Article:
WASHINGTON (AP) — The Internal Revenue Service has lost emails from five more employees who are part of congressional probes into the treatment of conservative groups that applied for tax-exempt status, the tax service disclosed Friday.
The IRS said in June that it could not locate an untold number of emails to and from Lois Lerner, who headed the IRS division that processes applications for tax-exempt status. The revelation set off a new round of investigations and congressional hearings.
On Friday, the IRS issued a report to Congress saying the agency also lost emails from five other employees related to the probe, including two agents who worked in a Cincinnati office processing applications for tax-exempt status.
The disclosure came on the same day the Senate's subcommittee on investigations released competing reports on how the IRS handled applications from political groups during the 2010 and 2012 elections.
The Democratic report, released by Sen. Carl Levin of Michigan, said both liberal and conservative groups were mistreated, revealing no political bias by the IRS. The Republican report, issued by Sen. John McCain of Arizona, said conservative groups were clearly treated worse.
The IRS inspector general set off a firestorm last year with an audit that said IRS agents singled out tea party and other conservative groups for inappropriate scrutiny when they applied for tax-exempt status.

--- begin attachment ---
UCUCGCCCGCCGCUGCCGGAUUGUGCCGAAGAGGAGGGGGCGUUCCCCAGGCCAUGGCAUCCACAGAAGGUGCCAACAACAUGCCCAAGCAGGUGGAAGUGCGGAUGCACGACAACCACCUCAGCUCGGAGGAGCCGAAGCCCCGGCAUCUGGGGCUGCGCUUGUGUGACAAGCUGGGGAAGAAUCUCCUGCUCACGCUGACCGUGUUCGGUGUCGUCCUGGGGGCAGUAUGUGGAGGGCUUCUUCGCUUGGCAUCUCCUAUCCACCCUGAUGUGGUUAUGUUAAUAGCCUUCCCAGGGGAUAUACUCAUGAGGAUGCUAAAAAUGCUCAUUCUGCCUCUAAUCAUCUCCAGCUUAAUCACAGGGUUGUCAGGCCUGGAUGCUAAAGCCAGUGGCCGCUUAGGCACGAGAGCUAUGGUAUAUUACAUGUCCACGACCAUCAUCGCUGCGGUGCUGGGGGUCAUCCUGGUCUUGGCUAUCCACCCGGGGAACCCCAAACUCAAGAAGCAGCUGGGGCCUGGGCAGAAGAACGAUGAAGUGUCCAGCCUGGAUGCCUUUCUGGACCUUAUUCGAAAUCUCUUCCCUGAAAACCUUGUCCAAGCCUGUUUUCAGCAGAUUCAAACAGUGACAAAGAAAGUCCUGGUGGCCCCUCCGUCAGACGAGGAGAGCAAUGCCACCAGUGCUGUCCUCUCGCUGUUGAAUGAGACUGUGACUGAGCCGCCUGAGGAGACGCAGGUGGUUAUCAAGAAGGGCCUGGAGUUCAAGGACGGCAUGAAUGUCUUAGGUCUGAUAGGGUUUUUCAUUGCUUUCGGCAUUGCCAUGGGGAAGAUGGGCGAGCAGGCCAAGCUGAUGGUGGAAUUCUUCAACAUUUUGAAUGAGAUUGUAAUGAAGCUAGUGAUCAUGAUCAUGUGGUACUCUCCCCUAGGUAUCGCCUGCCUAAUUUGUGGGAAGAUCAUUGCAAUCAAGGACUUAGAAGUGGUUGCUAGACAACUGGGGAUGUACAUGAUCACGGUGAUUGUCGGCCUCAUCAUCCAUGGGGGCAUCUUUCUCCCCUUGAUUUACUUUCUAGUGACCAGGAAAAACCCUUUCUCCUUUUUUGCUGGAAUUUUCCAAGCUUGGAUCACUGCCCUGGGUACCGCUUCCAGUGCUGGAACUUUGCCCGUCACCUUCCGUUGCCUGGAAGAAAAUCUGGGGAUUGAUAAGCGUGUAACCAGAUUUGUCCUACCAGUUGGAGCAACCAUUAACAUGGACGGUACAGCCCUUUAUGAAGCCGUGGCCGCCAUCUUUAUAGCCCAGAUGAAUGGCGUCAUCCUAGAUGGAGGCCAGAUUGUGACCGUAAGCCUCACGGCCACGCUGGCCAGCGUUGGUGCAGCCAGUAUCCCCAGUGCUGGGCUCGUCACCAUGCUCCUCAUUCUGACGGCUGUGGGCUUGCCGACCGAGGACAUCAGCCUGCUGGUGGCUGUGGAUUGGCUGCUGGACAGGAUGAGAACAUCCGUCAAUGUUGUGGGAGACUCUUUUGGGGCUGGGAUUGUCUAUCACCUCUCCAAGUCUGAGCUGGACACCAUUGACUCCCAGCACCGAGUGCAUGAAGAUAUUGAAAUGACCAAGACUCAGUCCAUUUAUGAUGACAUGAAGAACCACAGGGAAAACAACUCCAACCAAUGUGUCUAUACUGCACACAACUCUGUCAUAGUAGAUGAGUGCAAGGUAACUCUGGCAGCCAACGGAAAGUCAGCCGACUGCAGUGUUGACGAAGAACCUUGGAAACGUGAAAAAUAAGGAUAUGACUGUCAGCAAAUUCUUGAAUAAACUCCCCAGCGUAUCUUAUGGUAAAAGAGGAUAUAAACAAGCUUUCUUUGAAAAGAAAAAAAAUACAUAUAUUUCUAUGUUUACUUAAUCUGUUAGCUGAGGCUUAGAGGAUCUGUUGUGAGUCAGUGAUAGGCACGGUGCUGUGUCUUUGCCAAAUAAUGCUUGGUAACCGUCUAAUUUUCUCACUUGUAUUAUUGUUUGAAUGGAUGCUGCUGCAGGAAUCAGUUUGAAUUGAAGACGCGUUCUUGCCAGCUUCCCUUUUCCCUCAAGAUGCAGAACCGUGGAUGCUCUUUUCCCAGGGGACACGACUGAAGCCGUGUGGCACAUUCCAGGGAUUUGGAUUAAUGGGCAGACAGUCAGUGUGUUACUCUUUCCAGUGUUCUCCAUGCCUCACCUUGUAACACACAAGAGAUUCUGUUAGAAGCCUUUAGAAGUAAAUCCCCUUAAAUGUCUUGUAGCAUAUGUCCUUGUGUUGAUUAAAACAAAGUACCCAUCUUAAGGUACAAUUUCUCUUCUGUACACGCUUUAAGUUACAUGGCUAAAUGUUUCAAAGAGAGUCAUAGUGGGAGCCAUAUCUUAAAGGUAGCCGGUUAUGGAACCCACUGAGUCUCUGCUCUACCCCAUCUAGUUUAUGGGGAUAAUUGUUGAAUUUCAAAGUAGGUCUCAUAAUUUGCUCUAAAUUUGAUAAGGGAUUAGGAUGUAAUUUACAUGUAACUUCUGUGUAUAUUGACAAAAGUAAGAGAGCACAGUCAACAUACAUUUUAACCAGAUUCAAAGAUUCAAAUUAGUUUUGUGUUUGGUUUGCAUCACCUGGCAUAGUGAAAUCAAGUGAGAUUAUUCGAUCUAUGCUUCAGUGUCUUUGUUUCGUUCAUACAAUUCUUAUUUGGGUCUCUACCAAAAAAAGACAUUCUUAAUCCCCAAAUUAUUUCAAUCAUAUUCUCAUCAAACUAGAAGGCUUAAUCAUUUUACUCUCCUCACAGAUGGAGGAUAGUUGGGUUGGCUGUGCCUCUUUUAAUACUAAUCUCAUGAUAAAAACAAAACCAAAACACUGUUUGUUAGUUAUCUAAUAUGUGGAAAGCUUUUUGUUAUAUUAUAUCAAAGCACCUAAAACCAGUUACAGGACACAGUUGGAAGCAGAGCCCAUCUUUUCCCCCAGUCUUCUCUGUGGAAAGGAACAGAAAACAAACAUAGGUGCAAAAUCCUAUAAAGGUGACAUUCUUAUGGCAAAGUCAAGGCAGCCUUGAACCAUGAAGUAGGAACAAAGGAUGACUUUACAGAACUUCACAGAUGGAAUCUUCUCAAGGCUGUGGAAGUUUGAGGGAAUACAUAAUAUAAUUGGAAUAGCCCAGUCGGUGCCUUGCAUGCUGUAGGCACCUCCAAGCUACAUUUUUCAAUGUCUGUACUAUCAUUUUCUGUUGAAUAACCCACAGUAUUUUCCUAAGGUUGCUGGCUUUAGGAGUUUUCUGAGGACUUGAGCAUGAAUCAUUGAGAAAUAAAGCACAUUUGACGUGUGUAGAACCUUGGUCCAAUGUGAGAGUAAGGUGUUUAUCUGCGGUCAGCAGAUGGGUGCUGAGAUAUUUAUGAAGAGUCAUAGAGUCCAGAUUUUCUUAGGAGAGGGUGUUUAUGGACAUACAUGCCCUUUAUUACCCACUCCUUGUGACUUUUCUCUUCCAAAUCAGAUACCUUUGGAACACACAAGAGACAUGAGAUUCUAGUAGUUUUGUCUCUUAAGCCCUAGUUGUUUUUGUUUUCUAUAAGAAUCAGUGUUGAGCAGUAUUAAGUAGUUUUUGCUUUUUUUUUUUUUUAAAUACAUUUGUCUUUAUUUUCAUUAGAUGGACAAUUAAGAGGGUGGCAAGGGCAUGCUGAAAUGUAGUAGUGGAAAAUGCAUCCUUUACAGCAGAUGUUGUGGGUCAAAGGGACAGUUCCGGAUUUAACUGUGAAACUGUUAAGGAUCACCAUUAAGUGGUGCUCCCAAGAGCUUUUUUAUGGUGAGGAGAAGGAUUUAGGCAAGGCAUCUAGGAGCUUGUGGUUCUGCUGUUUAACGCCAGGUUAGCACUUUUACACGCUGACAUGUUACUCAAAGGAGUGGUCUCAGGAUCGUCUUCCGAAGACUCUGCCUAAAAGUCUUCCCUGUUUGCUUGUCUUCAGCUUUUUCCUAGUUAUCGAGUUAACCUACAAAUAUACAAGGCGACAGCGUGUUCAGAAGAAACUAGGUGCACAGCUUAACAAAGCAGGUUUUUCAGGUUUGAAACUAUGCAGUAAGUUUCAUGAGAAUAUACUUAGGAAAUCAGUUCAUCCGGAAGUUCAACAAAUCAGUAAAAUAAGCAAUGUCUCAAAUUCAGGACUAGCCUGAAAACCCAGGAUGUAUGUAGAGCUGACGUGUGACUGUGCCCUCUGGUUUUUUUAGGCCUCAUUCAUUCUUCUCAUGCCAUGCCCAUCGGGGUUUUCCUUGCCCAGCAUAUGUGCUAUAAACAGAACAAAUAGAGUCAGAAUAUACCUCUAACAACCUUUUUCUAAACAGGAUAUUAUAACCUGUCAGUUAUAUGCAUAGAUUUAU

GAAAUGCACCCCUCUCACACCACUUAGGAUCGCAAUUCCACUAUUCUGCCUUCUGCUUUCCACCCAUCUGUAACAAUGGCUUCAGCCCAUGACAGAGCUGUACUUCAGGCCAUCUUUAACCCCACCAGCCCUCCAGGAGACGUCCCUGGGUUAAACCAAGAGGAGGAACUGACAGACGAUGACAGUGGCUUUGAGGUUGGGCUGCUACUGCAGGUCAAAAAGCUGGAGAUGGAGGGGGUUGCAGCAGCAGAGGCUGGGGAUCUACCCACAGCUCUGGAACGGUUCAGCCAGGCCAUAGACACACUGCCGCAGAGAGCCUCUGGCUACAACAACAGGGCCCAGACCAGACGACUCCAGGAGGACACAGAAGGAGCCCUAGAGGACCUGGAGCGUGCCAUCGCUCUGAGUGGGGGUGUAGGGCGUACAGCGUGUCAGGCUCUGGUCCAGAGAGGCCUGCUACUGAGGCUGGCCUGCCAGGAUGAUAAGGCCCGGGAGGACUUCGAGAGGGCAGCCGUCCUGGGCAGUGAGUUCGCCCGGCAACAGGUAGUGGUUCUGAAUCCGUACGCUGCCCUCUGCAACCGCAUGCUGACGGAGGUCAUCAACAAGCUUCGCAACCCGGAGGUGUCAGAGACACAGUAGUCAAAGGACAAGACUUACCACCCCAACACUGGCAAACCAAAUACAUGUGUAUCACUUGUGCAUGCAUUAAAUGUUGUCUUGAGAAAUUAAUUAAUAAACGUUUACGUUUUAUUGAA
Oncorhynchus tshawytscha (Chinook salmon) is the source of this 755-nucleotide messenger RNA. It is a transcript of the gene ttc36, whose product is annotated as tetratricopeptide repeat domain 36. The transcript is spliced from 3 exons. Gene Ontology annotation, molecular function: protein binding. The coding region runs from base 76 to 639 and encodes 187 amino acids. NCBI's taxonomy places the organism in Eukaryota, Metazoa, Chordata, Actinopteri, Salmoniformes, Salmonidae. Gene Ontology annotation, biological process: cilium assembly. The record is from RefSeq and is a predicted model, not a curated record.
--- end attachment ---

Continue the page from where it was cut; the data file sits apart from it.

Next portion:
Lerner's lost emails prompted a new round of scrutiny by Congress, the Justice Department, the inspector general and at least two federal judges.
The IRS blamed computer crashes for all the lost emails. In a statement, the IRS said all the crashes happened well before Congress launched its investigations.
The IRS first told Congress in June that other employees involved in the probe also had computer problems. At the time, IRS Commissioner John Koskinen promised lawmakers a report on whether any had lost emails. The report was issued Friday.
"Throughout this review, the IRS has found no evidence that any IRS personnel deliberately destroyed any evidence," said the IRS statement. "To the contrary, the computer issues identified appear to be the same sorts of issues routinely experienced by employees within the IRS, in other government agencies and in the private sector."